Say Uncle

In matters of love, there are uncles and there are fathers. Aunts and mothers. Both are valid, but require vastly different levels of commitment. The tireless, iron clad, heroic level of love offered by parenthood is beyond reproach. Their sacrifice commensurate with their legendary status. And then, somewhere in the margins, on the occasional weekend, there is the peculiar love offered by those one step removed.

I uncle neighborhood cats. I’ve loved a half dozen cats in my life, and not one of their collars had my phone number engraved on it. All of them have owners, and my affection for them is stitched together during bouts of outside time or incidental cohabitation. I travel frequently for work, and I sleep in hotel rooms with the same regularity as my own bed. And while my work life is a convenient excuse, there are a myriad of confounding reasons I do not have a cat to call my own.

Uncling is a genuine form of love. I love those little fuckers. All of them. Lady. Ollie. Tux. Timber. Sal. Felix. We play laser. Share snacks. Snuggle when it’s cold. There are few joys in my life more profound that seeing one of them waiting on my doorstep after a long day. My heart flutters when I hear the tiny mew from outside by door. There’s not much I wouldn’t drop to tend to their needs. As I write this, I’m wresting with a capricious black kitty vying for my lap’s attention.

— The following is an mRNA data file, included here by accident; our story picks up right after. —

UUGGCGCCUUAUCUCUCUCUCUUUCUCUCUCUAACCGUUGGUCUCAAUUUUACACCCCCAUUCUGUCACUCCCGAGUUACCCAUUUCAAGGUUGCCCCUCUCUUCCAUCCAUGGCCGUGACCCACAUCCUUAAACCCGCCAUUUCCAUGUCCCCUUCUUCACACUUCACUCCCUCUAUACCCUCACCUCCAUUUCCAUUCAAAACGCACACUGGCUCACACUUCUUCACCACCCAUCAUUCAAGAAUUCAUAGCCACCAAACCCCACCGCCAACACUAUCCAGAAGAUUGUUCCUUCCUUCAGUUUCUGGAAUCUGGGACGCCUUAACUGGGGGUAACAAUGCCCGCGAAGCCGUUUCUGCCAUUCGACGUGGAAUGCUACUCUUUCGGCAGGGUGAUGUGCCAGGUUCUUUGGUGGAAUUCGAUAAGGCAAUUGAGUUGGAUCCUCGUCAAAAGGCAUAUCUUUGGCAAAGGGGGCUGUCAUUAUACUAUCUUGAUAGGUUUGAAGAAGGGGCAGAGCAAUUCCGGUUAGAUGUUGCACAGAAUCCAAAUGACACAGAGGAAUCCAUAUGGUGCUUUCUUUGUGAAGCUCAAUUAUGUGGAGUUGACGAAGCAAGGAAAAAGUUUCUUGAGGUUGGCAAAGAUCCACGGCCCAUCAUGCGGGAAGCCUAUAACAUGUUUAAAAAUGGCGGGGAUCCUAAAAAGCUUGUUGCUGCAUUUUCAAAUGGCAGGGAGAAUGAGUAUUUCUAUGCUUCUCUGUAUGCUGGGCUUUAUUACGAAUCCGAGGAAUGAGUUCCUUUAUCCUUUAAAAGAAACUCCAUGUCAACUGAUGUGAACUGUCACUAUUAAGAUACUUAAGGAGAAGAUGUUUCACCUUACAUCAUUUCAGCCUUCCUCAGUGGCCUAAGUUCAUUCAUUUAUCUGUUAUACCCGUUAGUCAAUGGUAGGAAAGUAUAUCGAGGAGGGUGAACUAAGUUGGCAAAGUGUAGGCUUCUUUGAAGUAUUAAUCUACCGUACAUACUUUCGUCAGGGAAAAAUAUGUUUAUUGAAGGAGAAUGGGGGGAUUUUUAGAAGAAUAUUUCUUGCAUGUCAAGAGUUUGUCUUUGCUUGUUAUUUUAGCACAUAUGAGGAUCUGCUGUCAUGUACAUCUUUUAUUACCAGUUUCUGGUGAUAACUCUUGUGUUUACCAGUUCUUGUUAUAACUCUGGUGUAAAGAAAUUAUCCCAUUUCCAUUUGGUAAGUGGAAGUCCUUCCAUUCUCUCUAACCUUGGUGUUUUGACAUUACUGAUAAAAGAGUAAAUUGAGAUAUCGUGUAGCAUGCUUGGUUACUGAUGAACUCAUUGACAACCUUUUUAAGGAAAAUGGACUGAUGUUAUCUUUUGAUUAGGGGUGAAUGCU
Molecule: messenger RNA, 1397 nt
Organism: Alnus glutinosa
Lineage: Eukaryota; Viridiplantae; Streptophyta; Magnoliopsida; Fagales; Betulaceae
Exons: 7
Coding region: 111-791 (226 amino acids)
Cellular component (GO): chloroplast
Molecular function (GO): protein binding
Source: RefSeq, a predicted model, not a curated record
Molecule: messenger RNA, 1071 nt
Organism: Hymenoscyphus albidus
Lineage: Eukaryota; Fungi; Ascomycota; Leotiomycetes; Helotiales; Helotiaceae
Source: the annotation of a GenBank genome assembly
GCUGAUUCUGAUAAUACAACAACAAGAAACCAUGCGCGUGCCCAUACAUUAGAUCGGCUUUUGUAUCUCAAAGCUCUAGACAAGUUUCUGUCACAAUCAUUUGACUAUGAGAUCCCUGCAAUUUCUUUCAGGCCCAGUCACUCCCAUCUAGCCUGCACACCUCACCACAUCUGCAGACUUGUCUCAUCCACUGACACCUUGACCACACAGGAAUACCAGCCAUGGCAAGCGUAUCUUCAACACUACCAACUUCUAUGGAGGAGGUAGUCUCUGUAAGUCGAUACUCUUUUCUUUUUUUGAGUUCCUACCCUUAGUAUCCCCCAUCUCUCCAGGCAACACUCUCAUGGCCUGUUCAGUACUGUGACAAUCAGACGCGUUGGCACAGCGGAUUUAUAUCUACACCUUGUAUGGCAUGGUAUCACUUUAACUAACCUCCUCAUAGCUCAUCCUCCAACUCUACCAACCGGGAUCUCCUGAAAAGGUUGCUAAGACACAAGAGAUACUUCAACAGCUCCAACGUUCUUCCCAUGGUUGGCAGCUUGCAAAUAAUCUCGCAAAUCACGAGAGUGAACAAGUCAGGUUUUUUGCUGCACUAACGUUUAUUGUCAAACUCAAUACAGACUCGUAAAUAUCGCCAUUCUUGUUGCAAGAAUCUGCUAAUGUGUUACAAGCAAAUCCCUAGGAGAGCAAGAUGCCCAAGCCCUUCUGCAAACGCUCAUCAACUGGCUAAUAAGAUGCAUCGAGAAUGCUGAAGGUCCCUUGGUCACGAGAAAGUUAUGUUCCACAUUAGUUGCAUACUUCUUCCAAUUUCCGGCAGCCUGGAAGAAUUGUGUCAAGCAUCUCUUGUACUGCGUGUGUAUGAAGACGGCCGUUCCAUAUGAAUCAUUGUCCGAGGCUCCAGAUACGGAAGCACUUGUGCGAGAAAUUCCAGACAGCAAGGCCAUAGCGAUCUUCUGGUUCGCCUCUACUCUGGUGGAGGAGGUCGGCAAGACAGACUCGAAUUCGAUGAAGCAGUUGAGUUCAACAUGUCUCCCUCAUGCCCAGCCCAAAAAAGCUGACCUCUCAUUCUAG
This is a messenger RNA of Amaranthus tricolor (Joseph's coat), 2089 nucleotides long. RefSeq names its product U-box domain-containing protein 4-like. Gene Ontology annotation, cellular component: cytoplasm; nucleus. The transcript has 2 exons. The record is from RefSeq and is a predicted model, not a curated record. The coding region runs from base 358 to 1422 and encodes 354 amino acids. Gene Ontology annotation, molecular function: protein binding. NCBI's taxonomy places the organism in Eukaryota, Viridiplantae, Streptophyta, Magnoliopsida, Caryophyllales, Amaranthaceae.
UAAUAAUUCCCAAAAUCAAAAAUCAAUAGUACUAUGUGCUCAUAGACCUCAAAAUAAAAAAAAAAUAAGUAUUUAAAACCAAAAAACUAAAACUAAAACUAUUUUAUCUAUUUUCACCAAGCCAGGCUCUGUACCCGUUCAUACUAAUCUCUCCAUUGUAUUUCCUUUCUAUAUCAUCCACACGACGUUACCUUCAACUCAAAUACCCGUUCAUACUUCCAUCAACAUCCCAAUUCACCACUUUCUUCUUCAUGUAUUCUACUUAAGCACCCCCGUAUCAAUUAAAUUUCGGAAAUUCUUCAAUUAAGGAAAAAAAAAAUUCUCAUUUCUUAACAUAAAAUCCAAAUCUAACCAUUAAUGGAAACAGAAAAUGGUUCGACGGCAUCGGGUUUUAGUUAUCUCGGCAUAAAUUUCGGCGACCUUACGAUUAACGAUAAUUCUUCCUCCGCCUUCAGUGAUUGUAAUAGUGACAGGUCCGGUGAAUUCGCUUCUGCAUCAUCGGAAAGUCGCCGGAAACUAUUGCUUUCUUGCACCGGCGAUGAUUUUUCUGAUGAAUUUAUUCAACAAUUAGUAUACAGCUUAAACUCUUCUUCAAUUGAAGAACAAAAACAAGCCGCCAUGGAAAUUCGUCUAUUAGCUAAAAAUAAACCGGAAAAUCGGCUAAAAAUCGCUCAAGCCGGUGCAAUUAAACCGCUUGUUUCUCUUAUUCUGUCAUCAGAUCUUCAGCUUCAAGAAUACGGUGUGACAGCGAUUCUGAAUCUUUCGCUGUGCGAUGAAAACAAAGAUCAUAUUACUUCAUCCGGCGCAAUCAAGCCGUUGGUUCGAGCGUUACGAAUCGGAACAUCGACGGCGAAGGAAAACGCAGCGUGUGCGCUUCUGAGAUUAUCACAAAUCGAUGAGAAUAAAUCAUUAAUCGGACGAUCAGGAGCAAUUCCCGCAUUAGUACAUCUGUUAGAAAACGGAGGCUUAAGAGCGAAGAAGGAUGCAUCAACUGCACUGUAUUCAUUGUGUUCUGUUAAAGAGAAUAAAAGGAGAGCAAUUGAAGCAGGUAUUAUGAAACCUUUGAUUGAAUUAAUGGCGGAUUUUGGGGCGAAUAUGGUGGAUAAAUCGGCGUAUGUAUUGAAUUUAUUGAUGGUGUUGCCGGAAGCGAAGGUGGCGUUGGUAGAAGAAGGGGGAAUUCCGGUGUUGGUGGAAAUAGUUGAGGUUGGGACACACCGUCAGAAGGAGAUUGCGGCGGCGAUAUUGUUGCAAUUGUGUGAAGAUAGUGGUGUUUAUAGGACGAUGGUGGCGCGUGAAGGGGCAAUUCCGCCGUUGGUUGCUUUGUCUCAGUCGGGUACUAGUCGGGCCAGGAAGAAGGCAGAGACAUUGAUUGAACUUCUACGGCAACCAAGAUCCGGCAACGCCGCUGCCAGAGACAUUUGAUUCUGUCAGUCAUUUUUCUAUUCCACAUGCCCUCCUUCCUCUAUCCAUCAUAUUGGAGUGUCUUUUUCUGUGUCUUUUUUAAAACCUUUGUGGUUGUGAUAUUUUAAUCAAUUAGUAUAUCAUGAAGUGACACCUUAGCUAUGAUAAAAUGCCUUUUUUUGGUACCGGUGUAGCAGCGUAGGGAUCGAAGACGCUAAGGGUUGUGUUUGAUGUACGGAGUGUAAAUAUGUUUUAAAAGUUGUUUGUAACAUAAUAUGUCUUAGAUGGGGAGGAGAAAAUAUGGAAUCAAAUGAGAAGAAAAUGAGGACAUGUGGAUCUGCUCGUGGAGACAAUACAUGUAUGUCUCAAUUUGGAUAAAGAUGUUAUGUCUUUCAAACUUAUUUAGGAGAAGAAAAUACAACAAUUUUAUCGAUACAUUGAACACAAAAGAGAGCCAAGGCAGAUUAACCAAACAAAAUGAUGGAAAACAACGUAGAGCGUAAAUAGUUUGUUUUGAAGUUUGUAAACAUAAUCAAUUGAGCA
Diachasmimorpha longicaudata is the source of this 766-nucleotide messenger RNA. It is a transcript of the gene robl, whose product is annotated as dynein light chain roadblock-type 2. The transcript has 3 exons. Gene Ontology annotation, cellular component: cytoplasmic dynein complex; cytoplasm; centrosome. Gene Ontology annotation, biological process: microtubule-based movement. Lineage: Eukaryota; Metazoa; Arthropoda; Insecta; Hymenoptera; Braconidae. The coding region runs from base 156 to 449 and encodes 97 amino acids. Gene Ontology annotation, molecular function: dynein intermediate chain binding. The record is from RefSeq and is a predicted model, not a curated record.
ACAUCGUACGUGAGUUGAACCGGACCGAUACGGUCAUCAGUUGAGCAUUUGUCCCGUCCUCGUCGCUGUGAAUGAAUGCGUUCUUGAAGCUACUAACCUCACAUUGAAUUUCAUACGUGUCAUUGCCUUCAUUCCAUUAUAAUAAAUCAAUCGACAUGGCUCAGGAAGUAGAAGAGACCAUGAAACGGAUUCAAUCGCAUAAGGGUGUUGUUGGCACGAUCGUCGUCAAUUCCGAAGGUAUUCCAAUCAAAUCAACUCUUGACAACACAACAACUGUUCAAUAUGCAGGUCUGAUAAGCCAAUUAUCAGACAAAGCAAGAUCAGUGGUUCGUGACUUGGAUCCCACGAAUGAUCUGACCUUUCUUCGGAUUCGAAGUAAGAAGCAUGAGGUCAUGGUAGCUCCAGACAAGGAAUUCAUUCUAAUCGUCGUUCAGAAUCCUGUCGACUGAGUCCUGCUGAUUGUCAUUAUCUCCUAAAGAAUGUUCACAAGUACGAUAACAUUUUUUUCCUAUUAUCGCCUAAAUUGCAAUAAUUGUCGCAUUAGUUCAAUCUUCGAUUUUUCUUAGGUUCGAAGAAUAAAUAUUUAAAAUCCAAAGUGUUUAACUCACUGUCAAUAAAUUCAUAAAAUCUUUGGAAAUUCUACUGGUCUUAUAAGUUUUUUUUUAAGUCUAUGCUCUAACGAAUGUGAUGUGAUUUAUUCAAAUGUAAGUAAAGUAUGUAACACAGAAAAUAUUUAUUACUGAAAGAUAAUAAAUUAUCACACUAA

And the vast majority of the time, it’s enough. My love car runs just fine on a quarter tank. I get some of the care and attention I need without consequence or responsibility. I don’t change litter boxes. I don’t pay vet bills. I am the fun uncle. But increasingly, after midnight, I’ll find myself obsessively cracking my front door hoping to find one of my part-time loves. 

As my door creaks closed, my heart sinks. I hope they are warm, cared for, and happy. The fate of an uncle is to love something that isn’t yours. If you aren’t willing to make the sacrifices, you don’t get the security. You can’t win what you don’t put in the middle. 

I’m a fantastic uncle. My love is kind, patient, and selfless. I’ve gotten so used to being loved by other people’s things, anything else feels terrifying. I fear I don’t have what it takes to be a father. Not sure I’m built for it. To uncle is to be a tourist to love. It is a jovial, marginally-fulfilling derivative form of love. It is the girl dinner of satisfaction.

I’ve spent my life as an uncle. It’s served my needs. Gave me an IV drip of joy. I’ve made countless meals of Ritz crackers. But I fear it might be time to learn to cook.

Maybe this has nothing to do with cats, parenthood, or cooking.

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